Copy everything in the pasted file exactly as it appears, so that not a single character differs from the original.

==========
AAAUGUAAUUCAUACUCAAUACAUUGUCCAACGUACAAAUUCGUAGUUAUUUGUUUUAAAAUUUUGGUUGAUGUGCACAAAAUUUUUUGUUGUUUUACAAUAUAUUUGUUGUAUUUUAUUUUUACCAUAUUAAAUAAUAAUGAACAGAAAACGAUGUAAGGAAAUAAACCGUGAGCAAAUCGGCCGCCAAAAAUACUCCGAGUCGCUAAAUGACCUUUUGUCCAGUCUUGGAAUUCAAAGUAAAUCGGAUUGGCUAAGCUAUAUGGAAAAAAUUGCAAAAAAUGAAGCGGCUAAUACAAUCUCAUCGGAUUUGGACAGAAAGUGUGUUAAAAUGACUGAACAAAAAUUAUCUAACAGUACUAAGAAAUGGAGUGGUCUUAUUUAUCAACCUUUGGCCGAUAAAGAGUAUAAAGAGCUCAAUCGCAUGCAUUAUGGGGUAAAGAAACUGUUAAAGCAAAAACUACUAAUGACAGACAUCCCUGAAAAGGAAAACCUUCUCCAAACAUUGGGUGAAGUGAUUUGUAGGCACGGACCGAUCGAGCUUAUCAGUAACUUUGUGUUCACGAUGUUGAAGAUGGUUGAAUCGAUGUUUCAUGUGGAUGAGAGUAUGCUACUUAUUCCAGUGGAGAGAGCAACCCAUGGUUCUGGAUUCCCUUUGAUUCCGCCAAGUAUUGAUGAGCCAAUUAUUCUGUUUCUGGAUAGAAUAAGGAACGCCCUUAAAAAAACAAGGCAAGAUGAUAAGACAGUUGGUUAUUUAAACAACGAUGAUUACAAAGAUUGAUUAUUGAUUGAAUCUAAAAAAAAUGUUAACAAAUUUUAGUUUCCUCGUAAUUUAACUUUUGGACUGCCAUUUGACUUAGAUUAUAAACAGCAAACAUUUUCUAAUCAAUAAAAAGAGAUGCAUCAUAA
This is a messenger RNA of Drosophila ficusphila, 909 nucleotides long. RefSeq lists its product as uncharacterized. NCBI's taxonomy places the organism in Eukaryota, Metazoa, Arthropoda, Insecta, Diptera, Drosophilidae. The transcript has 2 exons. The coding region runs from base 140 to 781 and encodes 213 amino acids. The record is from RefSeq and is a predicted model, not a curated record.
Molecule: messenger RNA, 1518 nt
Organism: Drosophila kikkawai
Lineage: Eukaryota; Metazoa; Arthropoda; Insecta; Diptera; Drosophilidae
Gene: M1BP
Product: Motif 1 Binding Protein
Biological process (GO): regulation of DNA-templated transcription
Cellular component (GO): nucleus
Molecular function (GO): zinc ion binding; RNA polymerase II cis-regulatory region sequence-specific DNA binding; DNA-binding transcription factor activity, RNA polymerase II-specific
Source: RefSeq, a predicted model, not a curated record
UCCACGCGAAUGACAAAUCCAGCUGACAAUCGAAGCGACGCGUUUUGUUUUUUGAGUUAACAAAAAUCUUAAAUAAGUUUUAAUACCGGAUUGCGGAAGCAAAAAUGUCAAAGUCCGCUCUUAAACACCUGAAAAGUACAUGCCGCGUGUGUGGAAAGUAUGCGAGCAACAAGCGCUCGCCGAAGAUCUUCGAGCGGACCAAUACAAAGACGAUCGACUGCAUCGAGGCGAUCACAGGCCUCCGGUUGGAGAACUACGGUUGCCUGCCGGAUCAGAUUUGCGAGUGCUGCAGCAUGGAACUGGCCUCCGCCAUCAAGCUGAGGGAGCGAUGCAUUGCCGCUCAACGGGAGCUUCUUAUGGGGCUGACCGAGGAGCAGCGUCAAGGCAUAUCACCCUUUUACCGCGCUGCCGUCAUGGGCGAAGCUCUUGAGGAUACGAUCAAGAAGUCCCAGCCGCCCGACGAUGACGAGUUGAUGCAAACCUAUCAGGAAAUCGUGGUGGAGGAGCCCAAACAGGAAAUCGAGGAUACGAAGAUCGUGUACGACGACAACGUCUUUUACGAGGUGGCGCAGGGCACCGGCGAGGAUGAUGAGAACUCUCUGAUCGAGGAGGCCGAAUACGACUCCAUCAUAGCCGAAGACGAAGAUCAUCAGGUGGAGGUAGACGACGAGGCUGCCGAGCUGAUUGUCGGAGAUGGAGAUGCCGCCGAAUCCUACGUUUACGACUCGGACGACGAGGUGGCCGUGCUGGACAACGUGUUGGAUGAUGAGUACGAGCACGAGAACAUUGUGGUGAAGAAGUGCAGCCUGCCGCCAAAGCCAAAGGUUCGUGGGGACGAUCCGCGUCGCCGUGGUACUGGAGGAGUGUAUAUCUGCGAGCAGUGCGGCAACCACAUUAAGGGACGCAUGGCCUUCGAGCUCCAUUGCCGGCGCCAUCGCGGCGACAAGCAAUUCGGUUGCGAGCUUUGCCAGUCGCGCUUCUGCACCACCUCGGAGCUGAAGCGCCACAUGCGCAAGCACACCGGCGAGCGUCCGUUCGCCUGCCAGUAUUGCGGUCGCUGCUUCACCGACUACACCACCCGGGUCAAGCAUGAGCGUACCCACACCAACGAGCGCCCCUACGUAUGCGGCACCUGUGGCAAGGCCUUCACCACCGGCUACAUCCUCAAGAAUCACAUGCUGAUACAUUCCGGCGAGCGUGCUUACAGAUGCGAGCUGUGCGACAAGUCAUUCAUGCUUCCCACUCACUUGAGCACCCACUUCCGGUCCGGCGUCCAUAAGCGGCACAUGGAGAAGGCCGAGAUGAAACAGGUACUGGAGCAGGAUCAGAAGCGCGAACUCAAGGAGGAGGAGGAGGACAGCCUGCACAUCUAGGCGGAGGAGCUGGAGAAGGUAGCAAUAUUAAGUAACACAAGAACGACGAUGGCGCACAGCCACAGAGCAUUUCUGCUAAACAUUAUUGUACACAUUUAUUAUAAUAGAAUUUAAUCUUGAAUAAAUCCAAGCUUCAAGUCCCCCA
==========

AAAUGUAAUUCAUACUCAAUACAUUGUCCAACGUACAAAUUCGUAGUUAUUUGUUUUAAAAUUUUGGUUGAUGUGCACAAAAUUUUUUGUUGUUUUACAAUAUAUUUGUUGUAUUUUAUUUUUACCAUAUUAAAUAAUAAUGAACAGAAAACGAUGUAAGGAAAUAAACCGUGAGCAAAUCGGCCGCCAAAAAUACUCCGAGUCGCUAAAUGACCUUUUGUCCAGUCUUGGAAUUCAAAGUAAAUCGGAUUGGCUAAGCUAUAUGGAAAAAAUUGCAAAAAAUGAAGCGGCUAAUACAAUCUCAUCGGAUUUGGACAGAAAGUGUGUUAAAAUGACUGAACAAAAAUUAUCUAACAGUACUAAGAAAUGGAGUGGUCUUAUUUAUCAACCUUUGGCCGAUAAAGAGUAUAAAGAGCUCAAUCGCAUGCAUUAUGGGGUAAAGAAACUGUUAAAGCAAAAACUACUAAUGACAGACAUCCCUGAAAAGGAAAACCUUCUCCAAACAUUGGGUGAAGUGAUUUGUAGGCACGGACCGAUCGAGCUUAUCAGUAACUUUGUGUUCACGAUGUUGAAGAUGGUUGAAUCGAUGUUUCAUGUGGAUGAGAGUAUGCUACUUAUUCCAGUGGAGAGAGCAACCCAUGGUUCUGGAUUCCCUUUGAUUCCGCCAAGUAUUGAUGAGCCAAUUAUUCUGUUUCUGGAUAGAAUAAGGAACGCCCUUAAAAAAACAAGGCAAGAUGAUAAGACAGUUGGUUAUUUAAACAACGAUGAUUACAAAGAUUGAUUAUUGAUUGAAUCUAAAAAAAAUGUUAACAAAUUUUAGUUUCCUCGUAAUUUAACUUUUGGACUGCCAUUUGACUUAGAUUAUAAACAGCAAACAUUUUCUAAUCAAUAAAAAGAGAUGCAUCAUAA
This is a messenger RNA of Drosophila ficusphila, 909 nucleotides long. RefSeq lists its product as uncharacterized. NCBI's taxonomy places the organism in Eukaryota, Metazoa, Arthropoda, Insecta, Diptera, Drosophilidae. The transcript has 2 exons. The coding region runs from base 140 to 781 and encodes 213 amino acids. The record is from RefSeq and is a predicted model, not a curated record.
Molecule: messenger RNA, 1518 nt
Organism: Drosophila kikkawai
Lineage: Eukaryota; Metazoa; Arthropoda; Insecta; Diptera; Drosophilidae
Gene: M1BP
Product: Motif 1 Binding Protein
Biological process (GO): regulation of DNA-templated transcription
Cellular component (GO): nucleus
Molecular function (GO): zinc ion binding; RNA polymerase II cis-regulatory region sequence-specific DNA binding; DNA-binding transcription factor activity, RNA polymerase II-specific
Source: RefSeq, a predicted model, not a curated record
UCCACGCGAAUGACAAAUCCAGCUGACAAUCGAAGCGACGCGUUUUGUUUUUUGAGUUAACAAAAAUCUUAAAUAAGUUUUAAUACCGGAUUGCGGAAGCAAAAAUGUCAAAGUCCGCUCUUAAACACCUGAAAAGUACAUGCCGCGUGUGUGGAAAGUAUGCGAGCAACAAGCGCUCGCCGAAGAUCUUCGAGCGGACCAAUACAAAGACGAUCGACUGCAUCGAGGCGAUCACAGGCCUCCGGUUGGAGAACUACGGUUGCCUGCCGGAUCAGAUUUGCGAGUGCUGCAGCAUGGAACUGGCCUCCGCCAUCAAGCUGAGGGAGCGAUGCAUUGCCGCUCAACGGGAGCUUCUUAUGGGGCUGACCGAGGAGCAGCGUCAAGGCAUAUCACCCUUUUACCGCGCUGCCGUCAUGGGCGAAGCUCUUGAGGAUACGAUCAAGAAGUCCCAGCCGCCCGACGAUGACGAGUUGAUGCAAACCUAUCAGGAAAUCGUGGUGGAGGAGCCCAAACAGGAAAUCGAGGAUACGAAGAUCGUGUACGACGACAACGUCUUUUACGAGGUGGCGCAGGGCACCGGCGAGGAUGAUGAGAACUCUCUGAUCGAGGAGGCCGAAUACGACUCCAUCAUAGCCGAAGACGAAGAUCAUCAGGUGGAGGUAGACGACGAGGCUGCCGAGCUGAUUGUCGGAGAUGGAGAUGCCGCCGAAUCCUACGUUUACGACUCGGACGACGAGGUGGCCGUGCUGGACAACGUGUUGGAUGAUGAGUACGAGCACGAGAACAUUGUGGUGAAGAAGUGCAGCCUGCCGCCAAAGCCAAAGGUUCGUGGGGACGAUCCGCGUCGCCGUGGUACUGGAGGAGUGUAUAUCUGCGAGCAGUGCGGCAACCACAUUAAGGGACGCAUGGCCUUCGAGCUCCAUUGCCGGCGCCAUCGCGGCGACAAGCAAUUCGGUUGCGAGCUUUGCCAGUCGCGCUUCUGCACCACCUCGGAGCUGAAGCGCCACAUGCGCAAGCACACCGGCGAGCGUCCGUUCGCCUGCCAGUAUUGCGGUCGCUGCUUCACCGACUACACCACCCGGGUCAAGCAUGAGCGUACCCACACCAACGAGCGCCCCUACGUAUGCGGCACCUGUGGCAAGGCCUUCACCACCGGCUACAUCCUCAAGAAUCACAUGCUGAUACAUUCCGGCGAGCGUGCUUACAGAUGCGAGCUGUGCGACAAGUCAUUCAUGCUUCCCACUCACUUGAGCACCCACUUCCGGUCCGGCGUCCAUAAGCGGCACAUGGAGAAGGCCGAGAUGAAACAGGUACUGGAGCAGGAUCAGAAGCGCGAACUCAAGGAGGAGGAGGAGGACAGCCUGCACAUCUAGGCGGAGGAGCUGGAGAAGGUAGCAAUAUUAAGUAACACAAGAACGACGAUGGCGCACAGCCACAGAGCAUUUCUGCUAAACAUUAUUGUACACAUUUAUUAUAAUAGAAUUUAAUCUUGAAUAAAUCCAAGCUUCAAGUCCCCCA